Rabbitte orders 'fracking' study


Minister for Communications, Energy and Natural Resources Pat Rabbitte has asked the Environmental Protection Agency to conduct a study on the effects of fracking.

The process, which involves using water to fracture rocks to drill for natural gas, has caused concern in the northwest recently after two companies stated interest in tapping into reserves in the region that could potentially be worth tens of billions.

Mr Rabbitte said the issue had been raised with him by several Oireachtas members who were concerned about the potential environmental and health considerations related to the activity.

“We need to have debate on this subject who is well informed on many dimensions including the scale of valuable resource reserves that may lie under Irish soil as well as the various impacts of extraction,” he said.

“At present there is currently very little European experience of the process. For this reason I have asked the EPA to examine the area and advise me and colleagues in Government on the environmental implications of fracking.”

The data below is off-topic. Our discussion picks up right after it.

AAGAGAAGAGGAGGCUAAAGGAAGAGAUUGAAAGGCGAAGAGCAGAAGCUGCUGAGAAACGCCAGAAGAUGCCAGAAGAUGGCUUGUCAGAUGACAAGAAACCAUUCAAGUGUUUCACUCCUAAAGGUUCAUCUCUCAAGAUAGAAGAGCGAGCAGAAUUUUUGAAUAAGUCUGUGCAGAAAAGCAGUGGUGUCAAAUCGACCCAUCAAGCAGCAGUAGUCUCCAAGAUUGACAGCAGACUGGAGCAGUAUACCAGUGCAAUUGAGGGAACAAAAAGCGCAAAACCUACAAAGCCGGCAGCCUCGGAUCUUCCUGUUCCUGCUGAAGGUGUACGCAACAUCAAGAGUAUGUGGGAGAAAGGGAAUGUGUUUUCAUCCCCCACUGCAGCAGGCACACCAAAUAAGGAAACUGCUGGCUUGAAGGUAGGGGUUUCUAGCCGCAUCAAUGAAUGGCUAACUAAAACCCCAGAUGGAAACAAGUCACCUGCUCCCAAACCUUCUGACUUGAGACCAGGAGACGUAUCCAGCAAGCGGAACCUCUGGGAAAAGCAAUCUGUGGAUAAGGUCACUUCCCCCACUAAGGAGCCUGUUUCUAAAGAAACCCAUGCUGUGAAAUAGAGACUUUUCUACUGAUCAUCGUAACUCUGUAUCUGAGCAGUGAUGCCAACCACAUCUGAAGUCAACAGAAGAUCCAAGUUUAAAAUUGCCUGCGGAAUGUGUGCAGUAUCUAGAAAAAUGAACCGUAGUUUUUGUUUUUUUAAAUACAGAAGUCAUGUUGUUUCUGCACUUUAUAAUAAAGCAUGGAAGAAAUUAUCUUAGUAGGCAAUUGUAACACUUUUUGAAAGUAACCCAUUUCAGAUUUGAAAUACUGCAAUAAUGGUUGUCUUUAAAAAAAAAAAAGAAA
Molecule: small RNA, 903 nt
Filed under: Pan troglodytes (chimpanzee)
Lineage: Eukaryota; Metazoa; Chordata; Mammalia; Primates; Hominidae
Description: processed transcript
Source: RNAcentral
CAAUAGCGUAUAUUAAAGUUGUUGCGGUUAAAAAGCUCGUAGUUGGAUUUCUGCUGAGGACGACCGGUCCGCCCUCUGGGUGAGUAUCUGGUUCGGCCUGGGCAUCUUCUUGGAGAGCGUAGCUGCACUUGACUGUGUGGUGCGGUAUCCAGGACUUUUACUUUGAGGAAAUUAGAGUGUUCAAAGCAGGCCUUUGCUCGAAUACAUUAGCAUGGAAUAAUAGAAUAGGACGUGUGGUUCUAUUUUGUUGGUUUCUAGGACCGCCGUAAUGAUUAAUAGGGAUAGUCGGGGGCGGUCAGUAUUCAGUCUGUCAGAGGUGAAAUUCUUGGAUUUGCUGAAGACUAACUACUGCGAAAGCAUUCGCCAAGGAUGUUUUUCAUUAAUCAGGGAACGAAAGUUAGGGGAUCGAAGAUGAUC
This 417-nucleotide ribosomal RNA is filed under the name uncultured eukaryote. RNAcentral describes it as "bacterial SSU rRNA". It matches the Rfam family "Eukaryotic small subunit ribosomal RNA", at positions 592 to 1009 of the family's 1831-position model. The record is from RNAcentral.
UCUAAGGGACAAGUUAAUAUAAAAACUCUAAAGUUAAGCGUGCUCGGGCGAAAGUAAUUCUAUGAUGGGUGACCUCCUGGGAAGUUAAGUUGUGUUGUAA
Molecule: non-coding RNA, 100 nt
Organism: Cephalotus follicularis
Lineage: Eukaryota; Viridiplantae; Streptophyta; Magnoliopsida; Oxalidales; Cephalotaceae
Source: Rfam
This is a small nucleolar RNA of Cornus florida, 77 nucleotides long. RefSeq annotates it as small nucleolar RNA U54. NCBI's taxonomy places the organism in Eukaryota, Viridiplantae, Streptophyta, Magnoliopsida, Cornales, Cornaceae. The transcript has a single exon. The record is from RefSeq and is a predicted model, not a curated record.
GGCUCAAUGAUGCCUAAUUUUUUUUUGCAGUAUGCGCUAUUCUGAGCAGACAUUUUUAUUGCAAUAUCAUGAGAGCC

He urged the public not to be worried about the process, adding that his department had not yet received any applications or licensed any onshore hydraulic fracking.

There are concerns that the process could allow water contaminated by fracking fluid or natural gas to seep into the water supply.

Two firms -Tamboran Resources and Lough Allen Natural Gas Company (Langco) - have been granted options licences permitting them to carry out preliminary testing in the Lough Allen basin in Co Leitrim, but anti-fracking groups have said instead of granting full exploration licences the Government should impose an outright ban on this method of extraction.

More than 500 people attended a public meeting on the subject, organised by the Lough Allen Conservation Association, in Co Leitrim last month.

It heard the Shannon water system could be at risk of pollution if the Government granted exploration licences in the Lough Allen basin, which stretches across Leitrim, Sligo, Cavan, Donegal, Monaghan, Roscommon and Fermanagh.

Tamboran Resources chief executive Richard Moorman has insisted that chemicals would not be used in the process.